Using ALMA, astronomers have spotted a clusture of massive, young galaxies.
A cluster of massive, youthful galaxies has been spotted in distant universe. Using powerful Atacama Large Millimeter/submillimeter Array or ALMA, Japanese astronomers have found a group of ‘baby’ galaxies wrapped inside the web of dark matter.
Long before when Sun and Earth were formed, monstrous galaxies were abundant in universe and they were producing stars at a very fast rate which was hundreds or thousands of times what we observe today in our galaxy Milky Way. But the modern universe is without giant galaxies.
The latest observations could help answer the questions about the formation of our universe, how baby galaxies were formed, how they mature into massive elliptical galaxies and why the massive galaxies not exist in our universe anymore.
Current theories suggest that massive star-forming galaxies require locations where dark matter is particularly concentrated. But up until now they have not been confirmed because these galaxies are obscured in clouds of dust which makes it difficult to determine their actual position.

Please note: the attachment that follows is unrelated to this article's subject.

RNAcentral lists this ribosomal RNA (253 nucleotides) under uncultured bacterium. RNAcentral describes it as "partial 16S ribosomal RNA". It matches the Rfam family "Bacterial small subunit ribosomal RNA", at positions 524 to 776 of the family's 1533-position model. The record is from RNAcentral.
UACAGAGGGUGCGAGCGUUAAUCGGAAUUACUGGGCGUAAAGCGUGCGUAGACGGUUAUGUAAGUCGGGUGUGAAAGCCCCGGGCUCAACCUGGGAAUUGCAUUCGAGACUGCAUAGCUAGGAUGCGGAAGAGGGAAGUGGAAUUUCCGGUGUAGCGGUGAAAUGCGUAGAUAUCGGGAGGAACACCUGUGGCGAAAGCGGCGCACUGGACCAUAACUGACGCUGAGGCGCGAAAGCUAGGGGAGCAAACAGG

Astronomers believe these young galaxies, which are located 11.5 billion light years away from the Earth, evolve into giant elliptical galaxies and the new group of young galaxies will provide them the opportunity to test all the current galaxy formation theories.
To hunt monstrous galaxies, a team of astronomers led by Hideki Umehata used European Southern Observatory’s ALMA to make extensive observations of a small portion of sky named SSA22 in the constellation Aquarius.
Previously, ASTE also indicated that there may a cluster of giant galaxies in that area of the sky but now ALMA with ten times better sensitivity and 60 times better resolution has confirmed the location of nine giant galaxies in SSA22. It further indicates that galaxies are residing at gigantic filaments, knitting a huge 3D web of invisible dark matter.
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These findings can help understand the rest of the large-scale structures in the universe and the relation between dark matter concentration and monstrous galaxies.